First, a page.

Tsai Ming-liang’s Days (Grade: B+), which premiered in Berlin earlier this year and now plays as part of the New York Film Festival, is a romance at heart—a tender and rather heartbreaking portrait of fleeting connection between two lonely strangers. It’s good to have Tsai back. Not that he went anywhere, really. The great Taiwanese director has kept steadily busy over the last few years, churning out short films, a couple of documentaries, and a number of installments in his experimental “Walker” series, which tracked the movements of a monk crossing various landscapes at tortoise speed. But until this new project was announced, it seemed very possible that the long-take master behind such 21st-century classics as What Time Is It There? and Goodbye, Dragon Inn was done with narrative features altogether. His last one, the devastating Stray Dogs, felt like a swan song, in both the apocalyptic ruin of its backdrops and in the way that the filmmaker pushed his signature habit of holding a shot for a small eternity to an unprecedented new extreme.
Days renews his interest in story and characters, though the former is bare bones and, for a while, he defines the latter almost exclusively through mundane activity or moments of meditative reflection. One of his subjects is, of course, Lee Kang-sheng, the actor who’s starred in just about every single one of Tsai’s films, going back to his very first feature, Rebels Of The Neon God. Here Lee plays Kang, a man who lives alone in a glass box of a house, somewhere in the foggy countryside, suffering from a chronic ailment. The film’s other central figure is the younger Non (Anong Houngheuangsy), a Laotian immigrant in Bangkok who we see meticulously prepare meals: washing lettuce and fish, shaving cucumbers, etc. Tsai stages these sequences with his signature observational patience—that tendency he has to stay planted on a single moment well past the point almost any other filmmaker would cut away.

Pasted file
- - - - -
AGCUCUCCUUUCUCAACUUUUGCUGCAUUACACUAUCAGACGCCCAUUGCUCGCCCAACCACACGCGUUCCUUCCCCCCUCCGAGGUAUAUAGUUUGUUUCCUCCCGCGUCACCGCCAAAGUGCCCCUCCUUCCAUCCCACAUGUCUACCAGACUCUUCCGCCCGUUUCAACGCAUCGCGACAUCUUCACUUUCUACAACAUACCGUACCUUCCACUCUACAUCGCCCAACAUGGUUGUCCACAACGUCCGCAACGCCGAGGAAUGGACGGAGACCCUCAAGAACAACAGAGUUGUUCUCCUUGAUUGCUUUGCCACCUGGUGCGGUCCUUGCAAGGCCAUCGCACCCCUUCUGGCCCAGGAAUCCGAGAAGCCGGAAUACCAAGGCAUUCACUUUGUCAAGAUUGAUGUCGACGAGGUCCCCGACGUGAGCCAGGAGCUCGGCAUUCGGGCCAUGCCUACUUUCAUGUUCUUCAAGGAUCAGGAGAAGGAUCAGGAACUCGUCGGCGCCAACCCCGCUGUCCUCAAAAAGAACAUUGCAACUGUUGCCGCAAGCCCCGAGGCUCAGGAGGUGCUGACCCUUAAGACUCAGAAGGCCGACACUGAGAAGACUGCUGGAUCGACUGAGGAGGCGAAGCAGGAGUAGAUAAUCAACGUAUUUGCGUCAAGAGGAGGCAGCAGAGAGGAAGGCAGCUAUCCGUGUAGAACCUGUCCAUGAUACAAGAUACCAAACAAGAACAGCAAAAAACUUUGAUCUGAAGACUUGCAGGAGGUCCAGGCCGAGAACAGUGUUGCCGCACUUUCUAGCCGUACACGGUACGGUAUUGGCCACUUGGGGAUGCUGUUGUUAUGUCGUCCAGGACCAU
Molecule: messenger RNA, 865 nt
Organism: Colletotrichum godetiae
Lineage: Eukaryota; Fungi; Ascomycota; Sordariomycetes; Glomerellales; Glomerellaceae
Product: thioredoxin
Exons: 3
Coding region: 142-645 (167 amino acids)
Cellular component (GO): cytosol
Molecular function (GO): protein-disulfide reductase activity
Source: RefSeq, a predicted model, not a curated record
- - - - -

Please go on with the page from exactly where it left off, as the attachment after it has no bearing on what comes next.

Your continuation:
It can take time to adjust to Tsai’s rhythms. (This is another movie that’s done no special favors by the virtual fest experience—its often breathtaking compositions cry out for a larger screen than you’ll find in your living room, and the pacing benefits from the focusing tunnel vision a darkened theater creates.) But like any great filmmaker, Tsai teaches you how to watch his movies. In Days, he does away with dialogue almost entirely (what few words are even spoken he declines to subtitle—a first for his narrative work, if I’m not mistaken) and that may actually help a viewer reorient to the movie’s demands, to how the empathy for its characters grows out of sharing their geographic, temporal, and by extension emotional space. Each static shot is to be studied but also stepped into and occupied, in a sense.
Days builds to the intersection of Kang and Non’s stories: a rendezvous in a Hong Kong hotel that’s among the most erotic, intimate, and vulnerable sequences in this director’s whole body of work. It gusts meaning both backwards and forward through the film, throwing a new light over the challengingly banal material of the early scenes while casting a bittersweet pall over what follows. It’s a film of before and after isolation, implying the ways that unexpected connection can both blessedly break a pattern of routinized loneliness and create a new, perhaps more painful form of longing through its absence. Much of the poignancy rests, as it does in other Tsai movies, on the melancholy of Lee’s presence, especially during a wrenching late long take of his weathered face in close up. By now, Tsai’s filmography is basically a document of his star’s aging process, and every new film gains its own affecting subtext, supplied by the inexorable passage of time.
You could say that Tsai has also reached the moment in his career where he’s offering variations, not necessarily breaking new ground. That’s the paradox of Days: It’s enriched by a viewer’s memories of past collaborations with Lee, even as such familiarity forces one to acknowledge that Tsai has done this kind of thing several times before, to slightly more powerful ends. How one feels about directors artfully but undeniably repeating themselves may be the determining factor of their opinion on South Korea’s most prolific and beloved self- plagiarist, Hong Sang-soo. It has, perhaps, been overstated, the extent to which Hong essentially makes the same movie over and over again. (What’s more tired: his habit of reusing certain storytelling devices or the regular critical insistence that he reuses certain storytelling devices?) Though most of Hong’s films revolve around some combination of social discomfort, lovelorn creatives, and copious amounts of alcohol, he generally finds clever ways to remix his own formula—sometimes, in fact, by creating variations within the variations. That’s what he does again with his new film, The Woman Who Ran (Grade: B-), about a young woman (Kim Minhee, Hong’s romantic partner and now regular leading lady) who travels without her husband for the first time since getting married and has three encounters with different women from her past.